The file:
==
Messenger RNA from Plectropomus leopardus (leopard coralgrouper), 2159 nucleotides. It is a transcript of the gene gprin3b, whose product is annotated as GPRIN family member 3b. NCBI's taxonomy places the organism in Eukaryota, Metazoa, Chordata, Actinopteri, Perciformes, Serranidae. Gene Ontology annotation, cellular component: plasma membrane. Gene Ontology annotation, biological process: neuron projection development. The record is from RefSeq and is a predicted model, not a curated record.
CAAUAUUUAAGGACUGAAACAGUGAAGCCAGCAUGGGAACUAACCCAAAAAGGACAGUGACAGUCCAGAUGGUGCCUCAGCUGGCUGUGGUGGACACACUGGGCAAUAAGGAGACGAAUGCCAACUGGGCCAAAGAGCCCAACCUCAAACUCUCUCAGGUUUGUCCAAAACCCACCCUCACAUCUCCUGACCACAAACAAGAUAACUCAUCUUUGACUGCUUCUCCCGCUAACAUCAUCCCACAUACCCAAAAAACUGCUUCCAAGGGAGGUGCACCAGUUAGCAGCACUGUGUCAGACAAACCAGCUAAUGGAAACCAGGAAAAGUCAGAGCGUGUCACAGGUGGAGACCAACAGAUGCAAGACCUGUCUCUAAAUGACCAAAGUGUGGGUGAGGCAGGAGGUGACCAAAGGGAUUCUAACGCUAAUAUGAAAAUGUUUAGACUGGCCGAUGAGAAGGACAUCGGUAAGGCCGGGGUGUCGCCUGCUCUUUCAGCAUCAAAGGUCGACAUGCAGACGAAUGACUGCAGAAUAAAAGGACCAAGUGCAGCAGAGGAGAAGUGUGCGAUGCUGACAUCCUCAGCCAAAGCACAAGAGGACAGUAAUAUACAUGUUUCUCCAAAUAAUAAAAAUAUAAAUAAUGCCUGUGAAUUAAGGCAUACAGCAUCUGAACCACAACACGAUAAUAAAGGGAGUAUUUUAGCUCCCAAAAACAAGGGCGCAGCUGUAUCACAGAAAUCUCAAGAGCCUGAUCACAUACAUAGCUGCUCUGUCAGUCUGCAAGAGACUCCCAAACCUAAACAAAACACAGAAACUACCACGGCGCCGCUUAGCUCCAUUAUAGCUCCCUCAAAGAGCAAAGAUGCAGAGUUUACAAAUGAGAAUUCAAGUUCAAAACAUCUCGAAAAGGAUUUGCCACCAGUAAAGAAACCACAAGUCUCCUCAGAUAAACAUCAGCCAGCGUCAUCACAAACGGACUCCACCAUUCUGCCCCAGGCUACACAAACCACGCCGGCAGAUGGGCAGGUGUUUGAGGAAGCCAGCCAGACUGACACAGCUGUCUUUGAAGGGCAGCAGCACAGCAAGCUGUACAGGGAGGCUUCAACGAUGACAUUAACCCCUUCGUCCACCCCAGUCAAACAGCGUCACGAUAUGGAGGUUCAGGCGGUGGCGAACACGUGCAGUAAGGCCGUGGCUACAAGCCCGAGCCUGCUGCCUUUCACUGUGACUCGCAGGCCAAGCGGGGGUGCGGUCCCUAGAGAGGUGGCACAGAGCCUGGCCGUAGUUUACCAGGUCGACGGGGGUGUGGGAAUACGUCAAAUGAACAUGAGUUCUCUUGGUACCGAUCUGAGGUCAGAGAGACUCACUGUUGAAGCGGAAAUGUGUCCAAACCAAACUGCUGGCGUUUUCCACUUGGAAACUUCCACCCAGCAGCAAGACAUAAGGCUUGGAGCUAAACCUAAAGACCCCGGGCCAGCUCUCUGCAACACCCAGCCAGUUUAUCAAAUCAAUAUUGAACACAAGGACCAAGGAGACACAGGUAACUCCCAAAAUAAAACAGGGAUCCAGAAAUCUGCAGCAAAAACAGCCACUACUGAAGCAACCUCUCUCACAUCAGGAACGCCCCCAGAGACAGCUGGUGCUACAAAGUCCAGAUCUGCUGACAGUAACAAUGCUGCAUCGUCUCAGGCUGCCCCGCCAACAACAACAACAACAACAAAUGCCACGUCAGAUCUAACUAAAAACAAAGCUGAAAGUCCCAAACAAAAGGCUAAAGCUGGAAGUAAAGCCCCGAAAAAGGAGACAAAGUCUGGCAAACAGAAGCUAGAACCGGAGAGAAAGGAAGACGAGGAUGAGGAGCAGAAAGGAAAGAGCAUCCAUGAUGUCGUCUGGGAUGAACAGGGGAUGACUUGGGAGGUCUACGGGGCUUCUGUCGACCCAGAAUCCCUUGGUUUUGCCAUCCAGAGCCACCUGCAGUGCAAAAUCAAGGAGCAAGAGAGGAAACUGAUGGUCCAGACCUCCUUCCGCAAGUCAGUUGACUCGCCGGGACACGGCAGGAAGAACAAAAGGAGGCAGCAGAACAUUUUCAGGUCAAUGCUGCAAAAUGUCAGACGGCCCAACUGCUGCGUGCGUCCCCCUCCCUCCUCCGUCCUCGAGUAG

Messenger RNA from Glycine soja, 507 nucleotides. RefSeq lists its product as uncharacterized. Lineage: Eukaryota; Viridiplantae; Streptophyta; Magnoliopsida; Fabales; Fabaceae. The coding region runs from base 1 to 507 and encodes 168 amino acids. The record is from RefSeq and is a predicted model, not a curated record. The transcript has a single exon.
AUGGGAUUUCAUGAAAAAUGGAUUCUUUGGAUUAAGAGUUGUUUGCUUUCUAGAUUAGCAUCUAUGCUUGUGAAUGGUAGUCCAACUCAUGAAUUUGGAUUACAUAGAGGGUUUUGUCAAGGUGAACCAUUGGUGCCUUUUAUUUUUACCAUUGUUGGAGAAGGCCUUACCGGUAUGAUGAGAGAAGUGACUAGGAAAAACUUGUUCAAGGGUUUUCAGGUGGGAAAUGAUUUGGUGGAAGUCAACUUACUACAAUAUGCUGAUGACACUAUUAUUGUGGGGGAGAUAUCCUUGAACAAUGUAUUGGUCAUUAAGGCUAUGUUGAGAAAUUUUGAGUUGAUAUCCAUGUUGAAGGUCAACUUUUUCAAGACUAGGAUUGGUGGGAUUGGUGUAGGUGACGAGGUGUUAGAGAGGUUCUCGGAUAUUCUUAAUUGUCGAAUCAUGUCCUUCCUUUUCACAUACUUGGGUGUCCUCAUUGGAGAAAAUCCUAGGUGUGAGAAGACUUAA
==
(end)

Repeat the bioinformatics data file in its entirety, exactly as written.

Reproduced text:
Messenger RNA from Plectropomus leopardus (leopard coralgrouper), 2159 nucleotides. It is a transcript of the gene gprin3b, whose product is annotated as GPRIN family member 3b. NCBI's taxonomy places the organism in Eukaryota, Metazoa, Chordata, Actinopteri, Perciformes, Serranidae. Gene Ontology annotation, cellular component: plasma membrane. Gene Ontology annotation, biological process: neuron projection development. The record is from RefSeq and is a predicted model, not a curated record.
CAAUAUUUAAGGACUGAAACAGUGAAGCCAGCAUGGGAACUAACCCAAAAAGGACAGUGACAGUCCAGAUGGUGCCUCAGCUGGCUGUGGUGGACACACUGGGCAAUAAGGAGACGAAUGCCAACUGGGCCAAAGAGCCCAACCUCAAACUCUCUCAGGUUUGUCCAAAACCCACCCUCACAUCUCCUGACCACAAACAAGAUAACUCAUCUUUGACUGCUUCUCCCGCUAACAUCAUCCCACAUACCCAAAAAACUGCUUCCAAGGGAGGUGCACCAGUUAGCAGCACUGUGUCAGACAAACCAGCUAAUGGAAACCAGGAAAAGUCAGAGCGUGUCACAGGUGGAGACCAACAGAUGCAAGACCUGUCUCUAAAUGACCAAAGUGUGGGUGAGGCAGGAGGUGACCAAAGGGAUUCUAACGCUAAUAUGAAAAUGUUUAGACUGGCCGAUGAGAAGGACAUCGGUAAGGCCGGGGUGUCGCCUGCUCUUUCAGCAUCAAAGGUCGACAUGCAGACGAAUGACUGCAGAAUAAAAGGACCAAGUGCAGCAGAGGAGAAGUGUGCGAUGCUGACAUCCUCAGCCAAAGCACAAGAGGACAGUAAUAUACAUGUUUCUCCAAAUAAUAAAAAUAUAAAUAAUGCCUGUGAAUUAAGGCAUACAGCAUCUGAACCACAACACGAUAAUAAAGGGAGUAUUUUAGCUCCCAAAAACAAGGGCGCAGCUGUAUCACAGAAAUCUCAAGAGCCUGAUCACAUACAUAGCUGCUCUGUCAGUCUGCAAGAGACUCCCAAACCUAAACAAAACACAGAAACUACCACGGCGCCGCUUAGCUCCAUUAUAGCUCCCUCAAAGAGCAAAGAUGCAGAGUUUACAAAUGAGAAUUCAAGUUCAAAACAUCUCGAAAAGGAUUUGCCACCAGUAAAGAAACCACAAGUCUCCUCAGAUAAACAUCAGCCAGCGUCAUCACAAACGGACUCCACCAUUCUGCCCCAGGCUACACAAACCACGCCGGCAGAUGGGCAGGUGUUUGAGGAAGCCAGCCAGACUGACACAGCUGUCUUUGAAGGGCAGCAGCACAGCAAGCUGUACAGGGAGGCUUCAACGAUGACAUUAACCCCUUCGUCCACCCCAGUCAAACAGCGUCACGAUAUGGAGGUUCAGGCGGUGGCGAACACGUGCAGUAAGGCCGUGGCUACAAGCCCGAGCCUGCUGCCUUUCACUGUGACUCGCAGGCCAAGCGGGGGUGCGGUCCCUAGAGAGGUGGCACAGAGCCUGGCCGUAGUUUACCAGGUCGACGGGGGUGUGGGAAUACGUCAAAUGAACAUGAGUUCUCUUGGUACCGAUCUGAGGUCAGAGAGACUCACUGUUGAAGCGGAAAUGUGUCCAAACCAAACUGCUGGCGUUUUCCACUUGGAAACUUCCACCCAGCAGCAAGACAUAAGGCUUGGAGCUAAACCUAAAGACCCCGGGCCAGCUCUCUGCAACACCCAGCCAGUUUAUCAAAUCAAUAUUGAACACAAGGACCAAGGAGACACAGGUAACUCCCAAAAUAAAACAGGGAUCCAGAAAUCUGCAGCAAAAACAGCCACUACUGAAGCAACCUCUCUCACAUCAGGAACGCCCCCAGAGACAGCUGGUGCUACAAAGUCCAGAUCUGCUGACAGUAACAAUGCUGCAUCGUCUCAGGCUGCCCCGCCAACAACAACAACAACAACAAAUGCCACGUCAGAUCUAACUAAAAACAAAGCUGAAAGUCCCAAACAAAAGGCUAAAGCUGGAAGUAAAGCCCCGAAAAAGGAGACAAAGUCUGGCAAACAGAAGCUAGAACCGGAGAGAAAGGAAGACGAGGAUGAGGAGCAGAAAGGAAAGAGCAUCCAUGAUGUCGUCUGGGAUGAACAGGGGAUGACUUGGGAGGUCUACGGGGCUUCUGUCGACCCAGAAUCCCUUGGUUUUGCCAUCCAGAGCCACCUGCAGUGCAAAAUCAAGGAGCAAGAGAGGAAACUGAUGGUCCAGACCUCCUUCCGCAAGUCAGUUGACUCGCCGGGACACGGCAGGAAGAACAAAAGGAGGCAGCAGAACAUUUUCAGGUCAAUGCUGCAAAAUGUCAGACGGCCCAACUGCUGCGUGCGUCCCCCUCCCUCCUCCGUCCUCGAGUAG

Messenger RNA from Glycine soja, 507 nucleotides. RefSeq lists its product as uncharacterized. Lineage: Eukaryota; Viridiplantae; Streptophyta; Magnoliopsida; Fabales; Fabaceae. The coding region runs from base 1 to 507 and encodes 168 amino acids. The record is from RefSeq and is a predicted model, not a curated record. The transcript has a single exon.
AUGGGAUUUCAUGAAAAAUGGAUUCUUUGGAUUAAGAGUUGUUUGCUUUCUAGAUUAGCAUCUAUGCUUGUGAAUGGUAGUCCAACUCAUGAAUUUGGAUUACAUAGAGGGUUUUGUCAAGGUGAACCAUUGGUGCCUUUUAUUUUUACCAUUGUUGGAGAAGGCCUUACCGGUAUGAUGAGAGAAGUGACUAGGAAAAACUUGUUCAAGGGUUUUCAGGUGGGAAAUGAUUUGGUGGAAGUCAACUUACUACAAUAUGCUGAUGACACUAUUAUUGUGGGGGAGAUAUCCUUGAACAAUGUAUUGGUCAUUAAGGCUAUGUUGAGAAAUUUUGAGUUGAUAUCCAUGUUGAAGGUCAACUUUUUCAAGACUAGGAUUGGUGGGAUUGGUGUAGGUGACGAGGUGUUAGAGAGGUUCUCGGAUAUUCUUAAUUGUCGAAUCAUGUCCUUCCUUUUCACAUACUUGGGUGUCCUCAUUGGAGAAAAUCCUAGGUGUGAGAAGACUUAA